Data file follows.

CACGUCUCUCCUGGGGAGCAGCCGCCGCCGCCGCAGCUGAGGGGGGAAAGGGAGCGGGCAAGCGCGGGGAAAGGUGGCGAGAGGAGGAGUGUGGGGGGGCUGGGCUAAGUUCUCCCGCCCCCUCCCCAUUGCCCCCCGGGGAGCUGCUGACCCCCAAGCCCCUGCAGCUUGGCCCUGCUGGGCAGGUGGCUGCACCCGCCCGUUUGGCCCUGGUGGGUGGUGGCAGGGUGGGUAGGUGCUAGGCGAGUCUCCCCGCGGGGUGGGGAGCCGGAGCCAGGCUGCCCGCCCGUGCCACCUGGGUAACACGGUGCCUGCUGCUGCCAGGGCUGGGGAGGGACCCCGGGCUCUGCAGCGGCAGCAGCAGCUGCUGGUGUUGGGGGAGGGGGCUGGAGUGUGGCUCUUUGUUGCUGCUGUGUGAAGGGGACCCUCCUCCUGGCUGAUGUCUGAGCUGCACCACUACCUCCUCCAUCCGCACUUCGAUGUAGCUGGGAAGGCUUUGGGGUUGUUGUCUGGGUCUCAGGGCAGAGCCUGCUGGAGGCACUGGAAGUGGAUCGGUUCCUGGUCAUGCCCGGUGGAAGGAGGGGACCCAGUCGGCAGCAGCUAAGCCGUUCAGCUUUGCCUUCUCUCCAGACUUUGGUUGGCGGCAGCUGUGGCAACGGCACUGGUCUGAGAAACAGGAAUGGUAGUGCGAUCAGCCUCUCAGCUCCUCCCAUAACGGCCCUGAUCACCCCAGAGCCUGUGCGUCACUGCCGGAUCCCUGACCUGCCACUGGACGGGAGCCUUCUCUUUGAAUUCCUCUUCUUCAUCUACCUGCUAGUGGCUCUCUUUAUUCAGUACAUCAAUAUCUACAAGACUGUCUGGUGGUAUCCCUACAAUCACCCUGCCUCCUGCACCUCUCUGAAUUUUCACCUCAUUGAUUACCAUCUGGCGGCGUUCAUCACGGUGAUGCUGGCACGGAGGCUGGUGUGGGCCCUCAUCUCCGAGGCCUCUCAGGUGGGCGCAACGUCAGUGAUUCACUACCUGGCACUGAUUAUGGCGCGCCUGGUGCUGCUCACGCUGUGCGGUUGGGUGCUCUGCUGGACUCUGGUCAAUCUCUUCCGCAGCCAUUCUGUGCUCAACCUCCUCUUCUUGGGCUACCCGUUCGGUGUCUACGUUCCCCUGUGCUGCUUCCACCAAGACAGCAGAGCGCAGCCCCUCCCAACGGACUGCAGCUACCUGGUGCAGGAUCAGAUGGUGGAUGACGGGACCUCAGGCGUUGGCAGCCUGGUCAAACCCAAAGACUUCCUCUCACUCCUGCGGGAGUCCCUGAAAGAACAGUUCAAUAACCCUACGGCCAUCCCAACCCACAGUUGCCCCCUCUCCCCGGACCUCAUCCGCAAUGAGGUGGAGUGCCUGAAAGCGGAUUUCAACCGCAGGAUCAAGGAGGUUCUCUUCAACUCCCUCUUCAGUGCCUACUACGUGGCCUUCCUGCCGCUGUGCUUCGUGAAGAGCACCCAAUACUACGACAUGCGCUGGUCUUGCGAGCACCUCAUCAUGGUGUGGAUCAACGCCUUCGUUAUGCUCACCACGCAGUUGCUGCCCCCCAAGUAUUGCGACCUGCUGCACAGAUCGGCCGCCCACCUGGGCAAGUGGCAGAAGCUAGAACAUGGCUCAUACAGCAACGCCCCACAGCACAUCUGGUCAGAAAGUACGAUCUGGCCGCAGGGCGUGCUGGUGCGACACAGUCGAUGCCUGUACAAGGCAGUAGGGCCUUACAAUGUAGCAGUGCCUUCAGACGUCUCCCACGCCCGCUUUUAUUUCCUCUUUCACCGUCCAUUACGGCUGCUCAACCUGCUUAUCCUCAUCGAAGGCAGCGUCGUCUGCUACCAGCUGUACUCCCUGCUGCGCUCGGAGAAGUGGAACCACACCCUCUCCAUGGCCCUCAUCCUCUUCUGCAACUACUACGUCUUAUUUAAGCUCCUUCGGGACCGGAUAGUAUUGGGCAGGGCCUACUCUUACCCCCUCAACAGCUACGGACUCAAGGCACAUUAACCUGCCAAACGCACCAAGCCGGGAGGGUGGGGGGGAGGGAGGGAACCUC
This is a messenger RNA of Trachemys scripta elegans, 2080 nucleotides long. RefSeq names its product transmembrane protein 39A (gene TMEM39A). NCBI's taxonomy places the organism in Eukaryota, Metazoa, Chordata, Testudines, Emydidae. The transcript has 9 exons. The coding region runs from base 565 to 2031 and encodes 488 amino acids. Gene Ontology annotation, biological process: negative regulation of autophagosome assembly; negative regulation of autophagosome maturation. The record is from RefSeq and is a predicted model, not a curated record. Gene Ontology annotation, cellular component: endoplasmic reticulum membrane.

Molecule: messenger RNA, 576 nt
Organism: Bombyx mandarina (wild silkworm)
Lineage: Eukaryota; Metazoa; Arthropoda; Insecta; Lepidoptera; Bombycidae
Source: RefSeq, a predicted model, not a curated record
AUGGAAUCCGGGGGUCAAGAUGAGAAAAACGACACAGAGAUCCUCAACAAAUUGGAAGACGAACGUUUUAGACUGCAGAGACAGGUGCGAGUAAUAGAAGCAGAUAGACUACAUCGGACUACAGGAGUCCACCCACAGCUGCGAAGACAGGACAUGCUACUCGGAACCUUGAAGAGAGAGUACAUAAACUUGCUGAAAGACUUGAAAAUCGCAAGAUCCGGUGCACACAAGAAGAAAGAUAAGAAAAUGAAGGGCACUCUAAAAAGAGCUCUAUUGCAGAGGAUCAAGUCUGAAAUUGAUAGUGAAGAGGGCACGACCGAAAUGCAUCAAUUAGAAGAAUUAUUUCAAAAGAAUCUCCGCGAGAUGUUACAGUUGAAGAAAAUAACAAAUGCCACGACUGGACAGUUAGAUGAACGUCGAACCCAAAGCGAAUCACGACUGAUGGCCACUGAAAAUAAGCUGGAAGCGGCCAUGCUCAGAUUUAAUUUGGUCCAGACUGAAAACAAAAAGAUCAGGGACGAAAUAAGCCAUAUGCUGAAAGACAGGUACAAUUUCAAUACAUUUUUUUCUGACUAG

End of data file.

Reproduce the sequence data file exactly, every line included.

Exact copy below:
CACGUCUCUCCUGGGGAGCAGCCGCCGCCGCCGCAGCUGAGGGGGGAAAGGGAGCGGGCAAGCGCGGGGAAAGGUGGCGAGAGGAGGAGUGUGGGGGGGCUGGGCUAAGUUCUCCCGCCCCCUCCCCAUUGCCCCCCGGGGAGCUGCUGACCCCCAAGCCCCUGCAGCUUGGCCCUGCUGGGCAGGUGGCUGCACCCGCCCGUUUGGCCCUGGUGGGUGGUGGCAGGGUGGGUAGGUGCUAGGCGAGUCUCCCCGCGGGGUGGGGAGCCGGAGCCAGGCUGCCCGCCCGUGCCACCUGGGUAACACGGUGCCUGCUGCUGCCAGGGCUGGGGAGGGACCCCGGGCUCUGCAGCGGCAGCAGCAGCUGCUGGUGUUGGGGGAGGGGGCUGGAGUGUGGCUCUUUGUUGCUGCUGUGUGAAGGGGACCCUCCUCCUGGCUGAUGUCUGAGCUGCACCACUACCUCCUCCAUCCGCACUUCGAUGUAGCUGGGAAGGCUUUGGGGUUGUUGUCUGGGUCUCAGGGCAGAGCCUGCUGGAGGCACUGGAAGUGGAUCGGUUCCUGGUCAUGCCCGGUGGAAGGAGGGGACCCAGUCGGCAGCAGCUAAGCCGUUCAGCUUUGCCUUCUCUCCAGACUUUGGUUGGCGGCAGCUGUGGCAACGGCACUGGUCUGAGAAACAGGAAUGGUAGUGCGAUCAGCCUCUCAGCUCCUCCCAUAACGGCCCUGAUCACCCCAGAGCCUGUGCGUCACUGCCGGAUCCCUGACCUGCCACUGGACGGGAGCCUUCUCUUUGAAUUCCUCUUCUUCAUCUACCUGCUAGUGGCUCUCUUUAUUCAGUACAUCAAUAUCUACAAGACUGUCUGGUGGUAUCCCUACAAUCACCCUGCCUCCUGCACCUCUCUGAAUUUUCACCUCAUUGAUUACCAUCUGGCGGCGUUCAUCACGGUGAUGCUGGCACGGAGGCUGGUGUGGGCCCUCAUCUCCGAGGCCUCUCAGGUGGGCGCAACGUCAGUGAUUCACUACCUGGCACUGAUUAUGGCGCGCCUGGUGCUGCUCACGCUGUGCGGUUGGGUGCUCUGCUGGACUCUGGUCAAUCUCUUCCGCAGCCAUUCUGUGCUCAACCUCCUCUUCUUGGGCUACCCGUUCGGUGUCUACGUUCCCCUGUGCUGCUUCCACCAAGACAGCAGAGCGCAGCCCCUCCCAACGGACUGCAGCUACCUGGUGCAGGAUCAGAUGGUGGAUGACGGGACCUCAGGCGUUGGCAGCCUGGUCAAACCCAAAGACUUCCUCUCACUCCUGCGGGAGUCCCUGAAAGAACAGUUCAAUAACCCUACGGCCAUCCCAACCCACAGUUGCCCCCUCUCCCCGGACCUCAUCCGCAAUGAGGUGGAGUGCCUGAAAGCGGAUUUCAACCGCAGGAUCAAGGAGGUUCUCUUCAACUCCCUCUUCAGUGCCUACUACGUGGCCUUCCUGCCGCUGUGCUUCGUGAAGAGCACCCAAUACUACGACAUGCGCUGGUCUUGCGAGCACCUCAUCAUGGUGUGGAUCAACGCCUUCGUUAUGCUCACCACGCAGUUGCUGCCCCCCAAGUAUUGCGACCUGCUGCACAGAUCGGCCGCCCACCUGGGCAAGUGGCAGAAGCUAGAACAUGGCUCAUACAGCAACGCCCCACAGCACAUCUGGUCAGAAAGUACGAUCUGGCCGCAGGGCGUGCUGGUGCGACACAGUCGAUGCCUGUACAAGGCAGUAGGGCCUUACAAUGUAGCAGUGCCUUCAGACGUCUCCCACGCCCGCUUUUAUUUCCUCUUUCACCGUCCAUUACGGCUGCUCAACCUGCUUAUCCUCAUCGAAGGCAGCGUCGUCUGCUACCAGCUGUACUCCCUGCUGCGCUCGGAGAAGUGGAACCACACCCUCUCCAUGGCCCUCAUCCUCUUCUGCAACUACUACGUCUUAUUUAAGCUCCUUCGGGACCGGAUAGUAUUGGGCAGGGCCUACUCUUACCCCCUCAACAGCUACGGACUCAAGGCACAUUAACCUGCCAAACGCACCAAGCCGGGAGGGUGGGGGGGAGGGAGGGAACCUC
This is a messenger RNA of Trachemys scripta elegans, 2080 nucleotides long. RefSeq names its product transmembrane protein 39A (gene TMEM39A). NCBI's taxonomy places the organism in Eukaryota, Metazoa, Chordata, Testudines, Emydidae. The transcript has 9 exons. The coding region runs from base 565 to 2031 and encodes 488 amino acids. Gene Ontology annotation, biological process: negative regulation of autophagosome assembly; negative regulation of autophagosome maturation. The record is from RefSeq and is a predicted model, not a curated record. Gene Ontology annotation, cellular component: endoplasmic reticulum membrane.

Molecule: messenger RNA, 576 nt
Organism: Bombyx mandarina (wild silkworm)
Lineage: Eukaryota; Metazoa; Arthropoda; Insecta; Lepidoptera; Bombycidae
Source: RefSeq, a predicted model, not a curated record
AUGGAAUCCGGGGGUCAAGAUGAGAAAAACGACACAGAGAUCCUCAACAAAUUGGAAGACGAACGUUUUAGACUGCAGAGACAGGUGCGAGUAAUAGAAGCAGAUAGACUACAUCGGACUACAGGAGUCCACCCACAGCUGCGAAGACAGGACAUGCUACUCGGAACCUUGAAGAGAGAGUACAUAAACUUGCUGAAAGACUUGAAAAUCGCAAGAUCCGGUGCACACAAGAAGAAAGAUAAGAAAAUGAAGGGCACUCUAAAAAGAGCUCUAUUGCAGAGGAUCAAGUCUGAAAUUGAUAGUGAAGAGGGCACGACCGAAAUGCAUCAAUUAGAAGAAUUAUUUCAAAAGAAUCUCCGCGAGAUGUUACAGUUGAAGAAAAUAACAAAUGCCACGACUGGACAGUUAGAUGAACGUCGAACCCAAAGCGAAUCACGACUGAUGGCCACUGAAAAUAAGCUGGAAGCGGCCAUGCUCAGAUUUAAUUUGGUCCAGACUGAAAACAAAAAGAUCAGGGACGAAAUAAGCCAUAUGCUGAAAGACAGGUACAAUUUCAAUACAUUUUUUUCUGACUAG